So if a certain class of students learn better with textbooks, then it’s the teacher’s job to adapt plans to fit their needs.
Gibson held onto three classroom sets of literature textbooks and found value with them as a beneficial tool to use in the classroom.
James is a proponent of every class having a set of textbooks to give the students more diverse learning options.
“One size doesn’t fit all” when it comes to the ways to teach kids, James said.
Castelloe and West Stanly High junior Nathan Brown are taking an AP Biology class where the teacher gave the students the choice to work out of a textbook or a Chromebook. Both Castelloe and Brown preferred the textbook.
Gibson always enjoyed the tangible nature of a printed textbook, where her students could physically hold the book while reading and highlight or mark important sections.
“I definitely find it easier to remember things when I read them in a textbook versus online,” said Katherine Pollard, a West Stanly junior. She specifically enjoys highlighting key points in the textbooks.
But Gibson acknowledges that it is not easy for textbooks to thrive in the digital age.
“It’s tough times for textbook authors and companies now that schools are focused on purchasing digital courseware,” she said.
But many students wouldn’t even know how to properly use a textbook for things like looking up a certain chapter in the table of contents, said Benita Long, a middle school science teacher in Cabarrus County Schools and friend of Gibson.
Textbooks are “a forgotten art,” Long said. “Kids today would view textbooks as a foreign language.”
Rachel Efird, a sophomore at West, doesn’t recall ever using a textbook in middle or high school.
James believes teachers should show students what a table of contents is and how to look up indexes at the back of textbooks.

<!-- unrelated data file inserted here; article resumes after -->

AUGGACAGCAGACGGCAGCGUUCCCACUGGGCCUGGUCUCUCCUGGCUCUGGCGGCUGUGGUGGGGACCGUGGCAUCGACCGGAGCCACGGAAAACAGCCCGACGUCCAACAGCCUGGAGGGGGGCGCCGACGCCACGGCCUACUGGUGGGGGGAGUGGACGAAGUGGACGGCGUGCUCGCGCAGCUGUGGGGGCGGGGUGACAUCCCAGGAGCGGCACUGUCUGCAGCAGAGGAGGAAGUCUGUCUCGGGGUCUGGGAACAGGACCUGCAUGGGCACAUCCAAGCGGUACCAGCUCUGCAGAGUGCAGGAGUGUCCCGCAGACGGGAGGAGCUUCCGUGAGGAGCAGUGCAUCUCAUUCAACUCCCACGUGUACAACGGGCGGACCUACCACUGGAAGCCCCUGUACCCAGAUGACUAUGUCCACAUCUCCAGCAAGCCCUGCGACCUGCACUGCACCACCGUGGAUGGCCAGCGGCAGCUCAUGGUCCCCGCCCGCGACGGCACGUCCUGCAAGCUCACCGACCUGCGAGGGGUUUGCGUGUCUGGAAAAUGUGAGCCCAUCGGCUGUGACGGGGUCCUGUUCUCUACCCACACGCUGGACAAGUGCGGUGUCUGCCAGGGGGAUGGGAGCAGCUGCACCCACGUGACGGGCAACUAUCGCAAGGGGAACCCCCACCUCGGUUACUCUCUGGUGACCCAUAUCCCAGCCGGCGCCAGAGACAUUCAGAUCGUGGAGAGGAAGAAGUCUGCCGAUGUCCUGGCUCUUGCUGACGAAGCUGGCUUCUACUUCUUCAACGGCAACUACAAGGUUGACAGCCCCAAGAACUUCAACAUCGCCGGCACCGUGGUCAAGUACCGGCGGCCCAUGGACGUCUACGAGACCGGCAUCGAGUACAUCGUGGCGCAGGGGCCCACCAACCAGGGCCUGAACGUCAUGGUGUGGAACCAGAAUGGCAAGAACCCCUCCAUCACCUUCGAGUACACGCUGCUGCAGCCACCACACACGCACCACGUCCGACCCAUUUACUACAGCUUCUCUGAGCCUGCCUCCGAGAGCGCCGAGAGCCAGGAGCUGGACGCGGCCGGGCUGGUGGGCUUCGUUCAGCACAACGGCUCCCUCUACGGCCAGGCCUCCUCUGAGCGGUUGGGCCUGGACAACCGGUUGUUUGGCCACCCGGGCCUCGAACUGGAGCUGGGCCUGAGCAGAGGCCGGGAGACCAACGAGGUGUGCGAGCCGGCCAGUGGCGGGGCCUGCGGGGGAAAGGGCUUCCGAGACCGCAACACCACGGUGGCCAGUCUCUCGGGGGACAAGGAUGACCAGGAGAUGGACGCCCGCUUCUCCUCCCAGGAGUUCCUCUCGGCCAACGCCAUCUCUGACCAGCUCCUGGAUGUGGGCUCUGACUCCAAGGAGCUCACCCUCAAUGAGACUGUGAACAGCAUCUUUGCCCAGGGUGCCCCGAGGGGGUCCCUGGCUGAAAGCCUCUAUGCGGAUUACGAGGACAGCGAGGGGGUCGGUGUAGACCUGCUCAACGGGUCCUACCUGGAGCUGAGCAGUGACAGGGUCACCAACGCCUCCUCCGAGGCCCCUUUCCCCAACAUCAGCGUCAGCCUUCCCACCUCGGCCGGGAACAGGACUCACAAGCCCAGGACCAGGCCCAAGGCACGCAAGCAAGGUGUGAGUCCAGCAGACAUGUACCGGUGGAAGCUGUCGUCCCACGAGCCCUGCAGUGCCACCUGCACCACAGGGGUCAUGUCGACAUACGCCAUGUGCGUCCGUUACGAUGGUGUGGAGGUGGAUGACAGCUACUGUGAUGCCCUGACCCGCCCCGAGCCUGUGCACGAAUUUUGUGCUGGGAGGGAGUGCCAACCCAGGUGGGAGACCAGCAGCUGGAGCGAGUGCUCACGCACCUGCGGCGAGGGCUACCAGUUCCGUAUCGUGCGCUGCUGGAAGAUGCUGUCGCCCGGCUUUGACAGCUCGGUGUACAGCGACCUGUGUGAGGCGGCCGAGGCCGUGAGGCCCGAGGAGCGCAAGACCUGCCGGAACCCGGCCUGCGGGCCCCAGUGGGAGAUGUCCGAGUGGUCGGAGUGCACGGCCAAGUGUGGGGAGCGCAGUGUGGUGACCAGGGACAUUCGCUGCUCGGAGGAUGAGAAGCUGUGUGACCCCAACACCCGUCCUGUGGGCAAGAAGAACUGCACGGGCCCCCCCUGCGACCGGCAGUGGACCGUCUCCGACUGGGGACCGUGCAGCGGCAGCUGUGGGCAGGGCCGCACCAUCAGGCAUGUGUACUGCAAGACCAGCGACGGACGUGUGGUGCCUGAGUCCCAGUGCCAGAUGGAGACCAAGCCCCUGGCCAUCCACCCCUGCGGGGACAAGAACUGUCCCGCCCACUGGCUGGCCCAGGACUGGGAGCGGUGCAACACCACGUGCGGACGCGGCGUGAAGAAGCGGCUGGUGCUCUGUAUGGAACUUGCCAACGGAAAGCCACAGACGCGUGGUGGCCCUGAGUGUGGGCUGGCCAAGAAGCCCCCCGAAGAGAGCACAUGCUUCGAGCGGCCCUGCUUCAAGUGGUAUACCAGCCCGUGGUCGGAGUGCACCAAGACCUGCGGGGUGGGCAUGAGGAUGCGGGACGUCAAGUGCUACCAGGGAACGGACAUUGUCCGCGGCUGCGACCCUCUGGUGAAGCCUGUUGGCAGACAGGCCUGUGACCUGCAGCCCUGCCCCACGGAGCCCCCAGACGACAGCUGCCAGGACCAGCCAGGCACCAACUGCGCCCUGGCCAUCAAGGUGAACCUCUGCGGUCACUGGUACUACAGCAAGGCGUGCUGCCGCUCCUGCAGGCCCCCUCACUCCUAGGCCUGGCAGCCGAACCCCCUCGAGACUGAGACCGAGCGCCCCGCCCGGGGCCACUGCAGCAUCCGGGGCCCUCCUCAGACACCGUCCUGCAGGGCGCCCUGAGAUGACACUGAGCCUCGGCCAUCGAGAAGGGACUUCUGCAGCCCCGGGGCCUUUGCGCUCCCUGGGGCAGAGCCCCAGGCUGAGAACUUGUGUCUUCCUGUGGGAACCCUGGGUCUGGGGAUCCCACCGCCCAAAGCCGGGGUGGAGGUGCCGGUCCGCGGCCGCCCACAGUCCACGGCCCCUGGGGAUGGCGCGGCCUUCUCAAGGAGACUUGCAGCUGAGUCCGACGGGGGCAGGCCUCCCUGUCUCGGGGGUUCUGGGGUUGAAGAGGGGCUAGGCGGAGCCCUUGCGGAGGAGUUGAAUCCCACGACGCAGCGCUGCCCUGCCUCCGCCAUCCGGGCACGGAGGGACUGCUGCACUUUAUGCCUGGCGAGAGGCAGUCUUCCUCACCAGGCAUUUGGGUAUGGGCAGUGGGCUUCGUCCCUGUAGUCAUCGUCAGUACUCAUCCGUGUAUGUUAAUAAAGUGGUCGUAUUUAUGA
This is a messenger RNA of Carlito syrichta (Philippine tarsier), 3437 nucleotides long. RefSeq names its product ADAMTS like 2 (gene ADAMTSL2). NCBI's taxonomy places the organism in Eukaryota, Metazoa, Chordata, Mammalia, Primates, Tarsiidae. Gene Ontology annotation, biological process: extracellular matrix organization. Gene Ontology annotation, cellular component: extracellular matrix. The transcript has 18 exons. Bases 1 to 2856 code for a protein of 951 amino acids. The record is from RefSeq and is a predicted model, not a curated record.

Students are relying more and more on a variety of different technologies to learn in today’s classrooms and that can come with a price.
The extended screen time students are spending on technology can be a problem, said Dawn Lucas, dean of teaching, learning and innovation at Pfeiffer University.
“A student’s technology is like their umbilical cord — it’s totally attached to them throughout most, if not all, of the day,” Lucas said.
Pfeiffer has intentionally focused professional development of faculty to include strategies for successful teaching of today’s super-connected students known as the “iGen.”
To better understand learners, Stephen Chew, cognitive psychologist and professor of psychology at Samford University, visited Pfeiffer last fall to discuss developing a mindset for successful learning with students, faculty and staff, Lucas said.
One takeaway from this opportunity, she said, was the importance of undivided attention when students are learning.
According to Chew’s presentation, the cost of distraction is high so anything, that draws attention away, including technology, hurts learning.
The brain needs about five minutes of refocus time, so it’s crucial when using technology as a tool in the classroom that teachers allow time for students to refocus their minds for the next task, educators said.
The students interviewed for this story admitted Chromebooks can be easily distracting because students too often play computer games or are on sites not permitted by the teacher.
When asked to choose between an updated textbook or a Chromebook to use for each of their classes, the four students unanimously chose the textbook.